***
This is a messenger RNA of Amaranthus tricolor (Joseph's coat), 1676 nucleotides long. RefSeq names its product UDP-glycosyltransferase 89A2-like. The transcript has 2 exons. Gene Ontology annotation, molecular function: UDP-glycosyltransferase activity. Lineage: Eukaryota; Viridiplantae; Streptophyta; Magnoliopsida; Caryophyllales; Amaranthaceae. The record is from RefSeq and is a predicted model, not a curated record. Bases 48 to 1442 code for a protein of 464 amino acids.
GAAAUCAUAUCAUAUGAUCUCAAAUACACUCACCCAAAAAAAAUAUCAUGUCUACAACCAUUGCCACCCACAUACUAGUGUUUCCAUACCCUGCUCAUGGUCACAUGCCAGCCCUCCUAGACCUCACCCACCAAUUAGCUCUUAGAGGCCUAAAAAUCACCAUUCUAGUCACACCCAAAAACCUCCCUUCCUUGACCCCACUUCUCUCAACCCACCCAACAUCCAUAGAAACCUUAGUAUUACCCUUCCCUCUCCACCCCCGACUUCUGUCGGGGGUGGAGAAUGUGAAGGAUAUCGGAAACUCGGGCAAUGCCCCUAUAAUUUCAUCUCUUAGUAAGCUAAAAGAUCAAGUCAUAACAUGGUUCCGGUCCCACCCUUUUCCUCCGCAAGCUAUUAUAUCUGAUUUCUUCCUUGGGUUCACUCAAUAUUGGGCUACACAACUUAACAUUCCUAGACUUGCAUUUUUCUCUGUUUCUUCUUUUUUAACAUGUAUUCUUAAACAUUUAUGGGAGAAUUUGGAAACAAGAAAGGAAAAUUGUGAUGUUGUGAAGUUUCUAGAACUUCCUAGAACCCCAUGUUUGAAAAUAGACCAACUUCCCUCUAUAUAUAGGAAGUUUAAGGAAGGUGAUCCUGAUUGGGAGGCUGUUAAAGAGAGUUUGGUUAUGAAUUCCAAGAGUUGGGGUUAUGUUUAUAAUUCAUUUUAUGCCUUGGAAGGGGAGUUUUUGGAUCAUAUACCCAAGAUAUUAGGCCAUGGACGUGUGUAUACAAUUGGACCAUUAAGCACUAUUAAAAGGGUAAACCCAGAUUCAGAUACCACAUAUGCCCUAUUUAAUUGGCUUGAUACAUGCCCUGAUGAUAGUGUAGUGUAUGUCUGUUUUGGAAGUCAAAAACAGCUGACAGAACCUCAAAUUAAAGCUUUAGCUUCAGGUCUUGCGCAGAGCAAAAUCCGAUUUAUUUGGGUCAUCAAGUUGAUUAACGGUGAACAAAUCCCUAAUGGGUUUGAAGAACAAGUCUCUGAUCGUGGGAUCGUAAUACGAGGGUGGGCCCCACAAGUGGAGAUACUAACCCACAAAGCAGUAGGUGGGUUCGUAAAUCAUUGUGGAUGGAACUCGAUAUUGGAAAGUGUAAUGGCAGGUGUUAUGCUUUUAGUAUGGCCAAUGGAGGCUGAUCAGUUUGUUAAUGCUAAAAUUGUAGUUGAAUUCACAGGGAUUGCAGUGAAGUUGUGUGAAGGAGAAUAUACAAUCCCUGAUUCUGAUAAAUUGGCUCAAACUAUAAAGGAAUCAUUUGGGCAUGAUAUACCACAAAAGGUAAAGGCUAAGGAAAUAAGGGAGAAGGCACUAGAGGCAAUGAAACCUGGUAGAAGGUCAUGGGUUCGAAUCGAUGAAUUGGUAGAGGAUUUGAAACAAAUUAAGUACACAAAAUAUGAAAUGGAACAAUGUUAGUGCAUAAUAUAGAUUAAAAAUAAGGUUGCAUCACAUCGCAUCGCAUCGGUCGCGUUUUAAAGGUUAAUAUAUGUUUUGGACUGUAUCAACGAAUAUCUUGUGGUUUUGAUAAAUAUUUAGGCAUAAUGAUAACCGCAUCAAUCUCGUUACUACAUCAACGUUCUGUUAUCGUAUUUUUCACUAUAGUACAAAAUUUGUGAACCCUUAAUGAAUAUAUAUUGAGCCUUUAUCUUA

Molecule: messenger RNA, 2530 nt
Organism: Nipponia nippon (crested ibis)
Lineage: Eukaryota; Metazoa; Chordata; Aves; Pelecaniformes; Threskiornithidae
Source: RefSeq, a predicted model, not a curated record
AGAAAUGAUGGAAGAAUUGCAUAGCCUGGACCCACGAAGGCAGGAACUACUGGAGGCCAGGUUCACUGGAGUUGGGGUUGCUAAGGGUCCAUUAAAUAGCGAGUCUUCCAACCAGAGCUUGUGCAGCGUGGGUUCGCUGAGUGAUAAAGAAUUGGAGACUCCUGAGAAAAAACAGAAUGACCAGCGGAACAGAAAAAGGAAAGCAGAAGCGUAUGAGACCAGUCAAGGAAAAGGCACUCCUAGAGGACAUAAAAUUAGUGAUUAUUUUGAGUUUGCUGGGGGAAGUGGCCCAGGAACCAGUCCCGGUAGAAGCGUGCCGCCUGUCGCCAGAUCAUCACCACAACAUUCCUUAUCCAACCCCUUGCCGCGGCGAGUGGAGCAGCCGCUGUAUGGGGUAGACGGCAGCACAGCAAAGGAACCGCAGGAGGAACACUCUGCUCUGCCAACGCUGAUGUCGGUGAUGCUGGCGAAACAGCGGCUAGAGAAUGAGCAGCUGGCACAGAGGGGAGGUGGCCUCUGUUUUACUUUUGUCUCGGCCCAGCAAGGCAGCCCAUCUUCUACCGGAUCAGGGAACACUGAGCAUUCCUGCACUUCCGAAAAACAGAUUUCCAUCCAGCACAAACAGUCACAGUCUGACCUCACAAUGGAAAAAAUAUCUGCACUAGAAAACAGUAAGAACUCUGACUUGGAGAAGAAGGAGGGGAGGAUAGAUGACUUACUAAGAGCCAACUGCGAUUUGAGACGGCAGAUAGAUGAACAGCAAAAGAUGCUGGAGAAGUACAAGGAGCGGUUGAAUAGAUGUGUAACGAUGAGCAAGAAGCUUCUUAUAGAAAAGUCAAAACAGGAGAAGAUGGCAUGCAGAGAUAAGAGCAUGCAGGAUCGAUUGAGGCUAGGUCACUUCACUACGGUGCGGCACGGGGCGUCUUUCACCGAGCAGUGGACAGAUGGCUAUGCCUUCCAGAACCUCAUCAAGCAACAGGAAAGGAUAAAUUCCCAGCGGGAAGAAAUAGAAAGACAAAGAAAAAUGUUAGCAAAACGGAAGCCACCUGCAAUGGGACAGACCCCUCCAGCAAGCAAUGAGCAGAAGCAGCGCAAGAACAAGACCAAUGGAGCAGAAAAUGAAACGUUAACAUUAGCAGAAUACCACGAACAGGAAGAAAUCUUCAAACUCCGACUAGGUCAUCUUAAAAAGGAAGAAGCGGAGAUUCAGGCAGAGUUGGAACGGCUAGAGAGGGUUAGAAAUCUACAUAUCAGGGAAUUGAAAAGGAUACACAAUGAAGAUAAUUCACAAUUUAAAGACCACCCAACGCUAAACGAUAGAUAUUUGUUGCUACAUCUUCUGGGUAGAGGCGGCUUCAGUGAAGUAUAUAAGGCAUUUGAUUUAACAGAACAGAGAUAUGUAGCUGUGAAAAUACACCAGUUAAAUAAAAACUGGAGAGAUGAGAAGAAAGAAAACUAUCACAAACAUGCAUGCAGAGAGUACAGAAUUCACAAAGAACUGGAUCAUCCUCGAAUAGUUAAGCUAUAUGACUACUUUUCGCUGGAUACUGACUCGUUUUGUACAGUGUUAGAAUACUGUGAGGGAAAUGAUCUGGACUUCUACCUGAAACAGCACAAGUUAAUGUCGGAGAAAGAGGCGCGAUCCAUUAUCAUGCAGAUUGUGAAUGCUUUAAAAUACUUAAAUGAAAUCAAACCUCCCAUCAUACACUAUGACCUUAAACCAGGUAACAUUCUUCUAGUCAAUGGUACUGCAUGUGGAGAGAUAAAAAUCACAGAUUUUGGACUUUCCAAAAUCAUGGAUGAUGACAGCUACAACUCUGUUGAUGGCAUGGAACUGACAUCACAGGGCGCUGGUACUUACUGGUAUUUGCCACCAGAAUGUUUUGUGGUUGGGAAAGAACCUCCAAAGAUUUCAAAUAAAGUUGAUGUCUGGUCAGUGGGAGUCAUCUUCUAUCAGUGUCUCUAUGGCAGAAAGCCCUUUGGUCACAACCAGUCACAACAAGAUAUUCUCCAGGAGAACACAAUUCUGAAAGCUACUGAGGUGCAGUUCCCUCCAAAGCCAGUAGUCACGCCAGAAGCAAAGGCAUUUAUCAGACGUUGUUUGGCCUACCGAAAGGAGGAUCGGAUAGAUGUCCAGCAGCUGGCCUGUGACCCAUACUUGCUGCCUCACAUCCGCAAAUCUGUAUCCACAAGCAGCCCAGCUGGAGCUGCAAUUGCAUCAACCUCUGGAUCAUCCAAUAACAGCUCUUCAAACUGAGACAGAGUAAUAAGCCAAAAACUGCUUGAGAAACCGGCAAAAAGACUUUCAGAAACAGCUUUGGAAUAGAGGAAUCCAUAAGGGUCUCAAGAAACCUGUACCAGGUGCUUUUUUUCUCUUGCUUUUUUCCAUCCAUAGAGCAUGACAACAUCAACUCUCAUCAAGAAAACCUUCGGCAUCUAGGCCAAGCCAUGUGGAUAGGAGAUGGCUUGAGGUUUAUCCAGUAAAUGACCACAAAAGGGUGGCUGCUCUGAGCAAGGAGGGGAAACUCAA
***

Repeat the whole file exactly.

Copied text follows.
This is a messenger RNA of Amaranthus tricolor (Joseph's coat), 1676 nucleotides long. RefSeq names its product UDP-glycosyltransferase 89A2-like. The transcript has 2 exons. Gene Ontology annotation, molecular function: UDP-glycosyltransferase activity. Lineage: Eukaryota; Viridiplantae; Streptophyta; Magnoliopsida; Caryophyllales; Amaranthaceae. The record is from RefSeq and is a predicted model, not a curated record. Bases 48 to 1442 code for a protein of 464 amino acids.
GAAAUCAUAUCAUAUGAUCUCAAAUACACUCACCCAAAAAAAAUAUCAUGUCUACAACCAUUGCCACCCACAUACUAGUGUUUCCAUACCCUGCUCAUGGUCACAUGCCAGCCCUCCUAGACCUCACCCACCAAUUAGCUCUUAGAGGCCUAAAAAUCACCAUUCUAGUCACACCCAAAAACCUCCCUUCCUUGACCCCACUUCUCUCAACCCACCCAACAUCCAUAGAAACCUUAGUAUUACCCUUCCCUCUCCACCCCCGACUUCUGUCGGGGGUGGAGAAUGUGAAGGAUAUCGGAAACUCGGGCAAUGCCCCUAUAAUUUCAUCUCUUAGUAAGCUAAAAGAUCAAGUCAUAACAUGGUUCCGGUCCCACCCUUUUCCUCCGCAAGCUAUUAUAUCUGAUUUCUUCCUUGGGUUCACUCAAUAUUGGGCUACACAACUUAACAUUCCUAGACUUGCAUUUUUCUCUGUUUCUUCUUUUUUAACAUGUAUUCUUAAACAUUUAUGGGAGAAUUUGGAAACAAGAAAGGAAAAUUGUGAUGUUGUGAAGUUUCUAGAACUUCCUAGAACCCCAUGUUUGAAAAUAGACCAACUUCCCUCUAUAUAUAGGAAGUUUAAGGAAGGUGAUCCUGAUUGGGAGGCUGUUAAAGAGAGUUUGGUUAUGAAUUCCAAGAGUUGGGGUUAUGUUUAUAAUUCAUUUUAUGCCUUGGAAGGGGAGUUUUUGGAUCAUAUACCCAAGAUAUUAGGCCAUGGACGUGUGUAUACAAUUGGACCAUUAAGCACUAUUAAAAGGGUAAACCCAGAUUCAGAUACCACAUAUGCCCUAUUUAAUUGGCUUGAUACAUGCCCUGAUGAUAGUGUAGUGUAUGUCUGUUUUGGAAGUCAAAAACAGCUGACAGAACCUCAAAUUAAAGCUUUAGCUUCAGGUCUUGCGCAGAGCAAAAUCCGAUUUAUUUGGGUCAUCAAGUUGAUUAACGGUGAACAAAUCCCUAAUGGGUUUGAAGAACAAGUCUCUGAUCGUGGGAUCGUAAUACGAGGGUGGGCCCCACAAGUGGAGAUACUAACCCACAAAGCAGUAGGUGGGUUCGUAAAUCAUUGUGGAUGGAACUCGAUAUUGGAAAGUGUAAUGGCAGGUGUUAUGCUUUUAGUAUGGCCAAUGGAGGCUGAUCAGUUUGUUAAUGCUAAAAUUGUAGUUGAAUUCACAGGGAUUGCAGUGAAGUUGUGUGAAGGAGAAUAUACAAUCCCUGAUUCUGAUAAAUUGGCUCAAACUAUAAAGGAAUCAUUUGGGCAUGAUAUACCACAAAAGGUAAAGGCUAAGGAAAUAAGGGAGAAGGCACUAGAGGCAAUGAAACCUGGUAGAAGGUCAUGGGUUCGAAUCGAUGAAUUGGUAGAGGAUUUGAAACAAAUUAAGUACACAAAAUAUGAAAUGGAACAAUGUUAGUGCAUAAUAUAGAUUAAAAAUAAGGUUGCAUCACAUCGCAUCGCAUCGGUCGCGUUUUAAAGGUUAAUAUAUGUUUUGGACUGUAUCAACGAAUAUCUUGUGGUUUUGAUAAAUAUUUAGGCAUAAUGAUAACCGCAUCAAUCUCGUUACUACAUCAACGUUCUGUUAUCGUAUUUUUCACUAUAGUACAAAAUUUGUGAACCCUUAAUGAAUAUAUAUUGAGCCUUUAUCUUA

Molecule: messenger RNA, 2530 nt
Organism: Nipponia nippon (crested ibis)
Lineage: Eukaryota; Metazoa; Chordata; Aves; Pelecaniformes; Threskiornithidae
Source: RefSeq, a predicted model, not a curated record
AGAAAUGAUGGAAGAAUUGCAUAGCCUGGACCCACGAAGGCAGGAACUACUGGAGGCCAGGUUCACUGGAGUUGGGGUUGCUAAGGGUCCAUUAAAUAGCGAGUCUUCCAACCAGAGCUUGUGCAGCGUGGGUUCGCUGAGUGAUAAAGAAUUGGAGACUCCUGAGAAAAAACAGAAUGACCAGCGGAACAGAAAAAGGAAAGCAGAAGCGUAUGAGACCAGUCAAGGAAAAGGCACUCCUAGAGGACAUAAAAUUAGUGAUUAUUUUGAGUUUGCUGGGGGAAGUGGCCCAGGAACCAGUCCCGGUAGAAGCGUGCCGCCUGUCGCCAGAUCAUCACCACAACAUUCCUUAUCCAACCCCUUGCCGCGGCGAGUGGAGCAGCCGCUGUAUGGGGUAGACGGCAGCACAGCAAAGGAACCGCAGGAGGAACACUCUGCUCUGCCAACGCUGAUGUCGGUGAUGCUGGCGAAACAGCGGCUAGAGAAUGAGCAGCUGGCACAGAGGGGAGGUGGCCUCUGUUUUACUUUUGUCUCGGCCCAGCAAGGCAGCCCAUCUUCUACCGGAUCAGGGAACACUGAGCAUUCCUGCACUUCCGAAAAACAGAUUUCCAUCCAGCACAAACAGUCACAGUCUGACCUCACAAUGGAAAAAAUAUCUGCACUAGAAAACAGUAAGAACUCUGACUUGGAGAAGAAGGAGGGGAGGAUAGAUGACUUACUAAGAGCCAACUGCGAUUUGAGACGGCAGAUAGAUGAACAGCAAAAGAUGCUGGAGAAGUACAAGGAGCGGUUGAAUAGAUGUGUAACGAUGAGCAAGAAGCUUCUUAUAGAAAAGUCAAAACAGGAGAAGAUGGCAUGCAGAGAUAAGAGCAUGCAGGAUCGAUUGAGGCUAGGUCACUUCACUACGGUGCGGCACGGGGCGUCUUUCACCGAGCAGUGGACAGAUGGCUAUGCCUUCCAGAACCUCAUCAAGCAACAGGAAAGGAUAAAUUCCCAGCGGGAAGAAAUAGAAAGACAAAGAAAAAUGUUAGCAAAACGGAAGCCACCUGCAAUGGGACAGACCCCUCCAGCAAGCAAUGAGCAGAAGCAGCGCAAGAACAAGACCAAUGGAGCAGAAAAUGAAACGUUAACAUUAGCAGAAUACCACGAACAGGAAGAAAUCUUCAAACUCCGACUAGGUCAUCUUAAAAAGGAAGAAGCGGAGAUUCAGGCAGAGUUGGAACGGCUAGAGAGGGUUAGAAAUCUACAUAUCAGGGAAUUGAAAAGGAUACACAAUGAAGAUAAUUCACAAUUUAAAGACCACCCAACGCUAAACGAUAGAUAUUUGUUGCUACAUCUUCUGGGUAGAGGCGGCUUCAGUGAAGUAUAUAAGGCAUUUGAUUUAACAGAACAGAGAUAUGUAGCUGUGAAAAUACACCAGUUAAAUAAAAACUGGAGAGAUGAGAAGAAAGAAAACUAUCACAAACAUGCAUGCAGAGAGUACAGAAUUCACAAAGAACUGGAUCAUCCUCGAAUAGUUAAGCUAUAUGACUACUUUUCGCUGGAUACUGACUCGUUUUGUACAGUGUUAGAAUACUGUGAGGGAAAUGAUCUGGACUUCUACCUGAAACAGCACAAGUUAAUGUCGGAGAAAGAGGCGCGAUCCAUUAUCAUGCAGAUUGUGAAUGCUUUAAAAUACUUAAAUGAAAUCAAACCUCCCAUCAUACACUAUGACCUUAAACCAGGUAACAUUCUUCUAGUCAAUGGUACUGCAUGUGGAGAGAUAAAAAUCACAGAUUUUGGACUUUCCAAAAUCAUGGAUGAUGACAGCUACAACUCUGUUGAUGGCAUGGAACUGACAUCACAGGGCGCUGGUACUUACUGGUAUUUGCCACCAGAAUGUUUUGUGGUUGGGAAAGAACCUCCAAAGAUUUCAAAUAAAGUUGAUGUCUGGUCAGUGGGAGUCAUCUUCUAUCAGUGUCUCUAUGGCAGAAAGCCCUUUGGUCACAACCAGUCACAACAAGAUAUUCUCCAGGAGAACACAAUUCUGAAAGCUACUGAGGUGCAGUUCCCUCCAAAGCCAGUAGUCACGCCAGAAGCAAAGGCAUUUAUCAGACGUUGUUUGGCCUACCGAAAGGAGGAUCGGAUAGAUGUCCAGCAGCUGGCCUGUGACCCAUACUUGCUGCCUCACAUCCGCAAAUCUGUAUCCACAAGCAGCCCAGCUGGAGCUGCAAUUGCAUCAACCUCUGGAUCAUCCAAUAACAGCUCUUCAAACUGAGACAGAGUAAUAAGCCAAAAACUGCUUGAGAAACCGGCAAAAAGACUUUCAGAAACAGCUUUGGAAUAGAGGAAUCCAUAAGGGUCUCAAGAAACCUGUACCAGGUGCUUUUUUUCUCUUGCUUUUUUCCAUCCAUAGAGCAUGACAACAUCAACUCUCAUCAAGAAAACCUUCGGCAUCUAGGCCAAGCCAUGUGGAUAGGAGAUGGCUUGAGGUUUAUCCAGUAAAUGACCACAAAAGGGUGGCUGCUCUGAGCAAGGAGGGGAAACUCAA